The Virginia Institute of Marine Science hosted the 25th Annual Meeting of the American Fisheries Society’s Tidewater Chapter from March 10-12 on the VIMS campus in Gloucester Point.
The three-day meeting, organized by VIMS fisheries scientist Leonard Machut, brought together nearly 100 researchers from Virginia, Maryland, and North Carolina to share findings from their studies of fish and fisheries. Their research ranges from the headwater streams of the Appalachians to Chesapeake Bay and the open waters of the Atlantic Ocean.
Chancellor professor John Graves, chair of the Fisheries Science Department at VIMS, says the meeting “provides an important venue for fishery scientists from across the mid-Atlantic to discuss research findings and share new ideas.” He says the event also gave VIMS graduate students valuable experience in organizing and hosting a scientific meeting, an important career skill as the importance of data sharing and interdisciplinary studies continues to grow.
Machut, current president of the AFS Tidewater Chapter, notes that the meeting attracted individuals from 16 different academic institutions, state and federal agencies, and non-governmental groups.
A number of faculty, staff, and students from VIMS presented posters or talks describing their research.
- Post-doctoral associate Filipe Ribeiro described a collaborative effort between VIMS and the University of Delaware to monitor and compare the movement of larval fish into Chesapeake and Delaware bays. Both bays are important nursery grounds for commercially and recreationally important fish species such as menhaden, croaker, and summer flounder.
- VIMS graduate student Alison Deary discussed her study of the jaw structure of larval drum, and how differences in dentition and mouth position can be used to help better predict the survival of larval drum in Chesapeake Bay.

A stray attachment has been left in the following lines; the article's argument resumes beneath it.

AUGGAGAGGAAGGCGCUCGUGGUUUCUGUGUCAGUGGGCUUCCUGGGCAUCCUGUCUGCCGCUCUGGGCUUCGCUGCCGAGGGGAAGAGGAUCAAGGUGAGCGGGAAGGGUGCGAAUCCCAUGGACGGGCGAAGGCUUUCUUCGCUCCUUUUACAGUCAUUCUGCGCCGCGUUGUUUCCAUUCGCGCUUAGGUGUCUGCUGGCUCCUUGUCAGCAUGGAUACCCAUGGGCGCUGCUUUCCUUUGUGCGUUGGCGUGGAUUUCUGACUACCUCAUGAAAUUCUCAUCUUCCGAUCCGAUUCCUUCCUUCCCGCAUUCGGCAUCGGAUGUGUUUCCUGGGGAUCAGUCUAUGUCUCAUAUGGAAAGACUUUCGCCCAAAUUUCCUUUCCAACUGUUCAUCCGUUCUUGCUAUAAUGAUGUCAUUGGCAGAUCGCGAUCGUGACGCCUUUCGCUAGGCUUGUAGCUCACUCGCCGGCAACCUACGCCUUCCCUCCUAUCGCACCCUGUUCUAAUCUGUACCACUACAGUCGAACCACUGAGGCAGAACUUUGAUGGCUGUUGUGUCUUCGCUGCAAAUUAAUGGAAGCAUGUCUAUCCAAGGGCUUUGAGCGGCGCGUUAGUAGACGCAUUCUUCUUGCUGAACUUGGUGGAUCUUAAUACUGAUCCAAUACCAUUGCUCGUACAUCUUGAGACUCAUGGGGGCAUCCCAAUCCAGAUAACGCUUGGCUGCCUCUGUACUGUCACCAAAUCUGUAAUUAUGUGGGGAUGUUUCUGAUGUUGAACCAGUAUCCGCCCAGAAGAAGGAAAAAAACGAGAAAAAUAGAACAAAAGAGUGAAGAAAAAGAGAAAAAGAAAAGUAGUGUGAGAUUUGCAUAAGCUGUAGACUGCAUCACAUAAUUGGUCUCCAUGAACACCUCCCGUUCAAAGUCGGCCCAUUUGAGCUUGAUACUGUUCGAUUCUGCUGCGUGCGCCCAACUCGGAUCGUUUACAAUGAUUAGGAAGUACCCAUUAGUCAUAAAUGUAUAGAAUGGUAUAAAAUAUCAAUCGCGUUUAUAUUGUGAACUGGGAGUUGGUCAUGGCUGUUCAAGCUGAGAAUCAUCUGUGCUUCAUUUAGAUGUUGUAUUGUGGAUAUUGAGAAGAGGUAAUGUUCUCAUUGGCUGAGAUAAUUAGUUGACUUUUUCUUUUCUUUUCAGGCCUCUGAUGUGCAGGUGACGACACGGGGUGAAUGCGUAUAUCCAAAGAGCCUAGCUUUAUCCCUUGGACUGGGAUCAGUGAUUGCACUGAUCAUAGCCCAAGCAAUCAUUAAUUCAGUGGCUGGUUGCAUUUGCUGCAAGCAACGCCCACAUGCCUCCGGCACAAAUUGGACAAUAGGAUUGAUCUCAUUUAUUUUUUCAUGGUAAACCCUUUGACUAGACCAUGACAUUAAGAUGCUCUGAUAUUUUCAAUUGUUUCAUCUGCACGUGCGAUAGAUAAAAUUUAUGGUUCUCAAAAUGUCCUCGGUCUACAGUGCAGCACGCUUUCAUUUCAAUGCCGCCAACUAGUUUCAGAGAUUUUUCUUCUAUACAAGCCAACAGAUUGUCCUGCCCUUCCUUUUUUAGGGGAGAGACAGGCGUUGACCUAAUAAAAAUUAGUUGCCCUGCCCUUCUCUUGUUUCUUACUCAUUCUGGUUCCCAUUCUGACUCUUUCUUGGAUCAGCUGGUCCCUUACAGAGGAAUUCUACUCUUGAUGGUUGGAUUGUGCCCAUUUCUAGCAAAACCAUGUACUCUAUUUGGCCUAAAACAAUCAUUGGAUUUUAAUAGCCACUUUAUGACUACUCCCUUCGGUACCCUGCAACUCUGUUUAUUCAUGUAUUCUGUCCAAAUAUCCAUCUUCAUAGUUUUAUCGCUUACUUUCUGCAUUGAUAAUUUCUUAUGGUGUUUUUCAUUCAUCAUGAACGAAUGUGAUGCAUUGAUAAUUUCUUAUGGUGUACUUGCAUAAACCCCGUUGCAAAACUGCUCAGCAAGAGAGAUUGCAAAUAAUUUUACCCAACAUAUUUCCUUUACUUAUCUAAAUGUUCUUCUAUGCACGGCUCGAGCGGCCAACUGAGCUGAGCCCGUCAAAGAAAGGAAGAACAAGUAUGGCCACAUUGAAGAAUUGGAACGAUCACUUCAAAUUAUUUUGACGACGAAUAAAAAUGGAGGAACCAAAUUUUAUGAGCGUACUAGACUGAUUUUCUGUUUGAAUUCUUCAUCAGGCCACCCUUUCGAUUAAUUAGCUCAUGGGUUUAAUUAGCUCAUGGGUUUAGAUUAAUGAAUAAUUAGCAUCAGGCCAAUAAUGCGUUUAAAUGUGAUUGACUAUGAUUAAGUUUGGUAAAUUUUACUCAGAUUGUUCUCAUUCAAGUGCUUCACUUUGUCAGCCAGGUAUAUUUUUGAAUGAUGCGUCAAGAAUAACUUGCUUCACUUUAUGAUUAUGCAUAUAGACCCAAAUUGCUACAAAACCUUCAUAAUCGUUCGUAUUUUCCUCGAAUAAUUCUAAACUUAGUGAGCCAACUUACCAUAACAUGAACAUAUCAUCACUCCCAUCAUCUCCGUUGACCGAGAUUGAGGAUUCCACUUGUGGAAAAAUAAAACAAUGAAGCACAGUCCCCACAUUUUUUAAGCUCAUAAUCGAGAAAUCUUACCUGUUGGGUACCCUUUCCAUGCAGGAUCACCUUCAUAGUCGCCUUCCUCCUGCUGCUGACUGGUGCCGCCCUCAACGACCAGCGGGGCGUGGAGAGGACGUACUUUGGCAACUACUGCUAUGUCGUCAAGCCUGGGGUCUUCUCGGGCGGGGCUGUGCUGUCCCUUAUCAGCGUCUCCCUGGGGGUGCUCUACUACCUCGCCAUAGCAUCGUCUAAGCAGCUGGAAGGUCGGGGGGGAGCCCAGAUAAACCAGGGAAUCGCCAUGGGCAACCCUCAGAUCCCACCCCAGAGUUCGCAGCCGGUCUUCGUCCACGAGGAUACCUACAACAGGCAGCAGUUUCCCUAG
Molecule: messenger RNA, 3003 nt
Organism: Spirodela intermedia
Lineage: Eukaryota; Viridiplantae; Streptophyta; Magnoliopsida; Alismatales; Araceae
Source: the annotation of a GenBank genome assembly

- VIMS graduate student Patrick Lynch moved offshore to describe his efforts to develop a computer model that uses data from commercial long-line fisheries to better assess and manage populations of highly migratory species such as billfish in international waters.
- Jennifer Martin, another VIMS graduate student, talked about her efforts to use Japanese common names to help classify several families of Oarfishes. These rare deep-sea creatures, which can reach lengths of 45 feet or more, are the stuff of legend, with early sightings thought to be the source of sea-monster tales around the world.
- VIMS graduate student Todd Clardy used video footage to help explain his research into terrestrial locomotion in the Rock Prickleback, one of the few fish species capable of moving both through water and across land. His work shows that this fish uses an exaggerated swimming motion to move across dry spots between tide pools.
- Laboratory Specialist Hank Brooks used data from VIMS’ Juvenile Fish Survey to explore decade-to-decade changes in the abundance and distribution of hogchokers, one of Chesapeake Bay’s most abundant flatfish species. His research shows that hogchoker abundance can vary 100-fold from year to year in the James River.
- Troy Tuckey, a marine scientist supervisor with the VIMS’ Juvenile Fish and American Eel surveys, presented his study of how changes in survey statistical design affect records of fish diversity and abundance in Chesapeake Bay tributaries. He explained the statistical methods needed to account for changes in survey design so that they don’t bias long-term records of fish diversity and abundance in the Bay. Fishery managers use these records to sustainably manage commercially and recreationally important fish species in the Bay and coastal ocean.
- David Gauthier, an assistant professor at Old Dominion University who earned his Ph.D. from the School of Marine Science at VIMS in 2009, described his work with VIMS colleagues to better understand the ecology of Mycobacteriosis in Chesapeake Bay. This is a bacterial disease affecting large numbers of the Bay’s striped bass. Gauthier and his colleagues have developed genetic “fingerprints” that allows for the rapid detection and identification of different mycobacterial species.
The final VIMS presenter was Rob Latour, Moses D. Nunnally Distinguished Associate Professor of Marine Science at VIMS. He presented data from a groundbreaking 5-year study showing that Mycobacteriosis slows the growth of striped bass in Chesapeake Bay, and can ultimately kill them.
Two members of the VIMS community also presented posters during the ASF meeting. A poster by Susanna Musick gave an overview of the 16-year history of the Virginia Gamefish Tagging Program. A poster by Ph.D student Patrick Lynch described his Master’s study of the role that menhaden play in Bay water quality.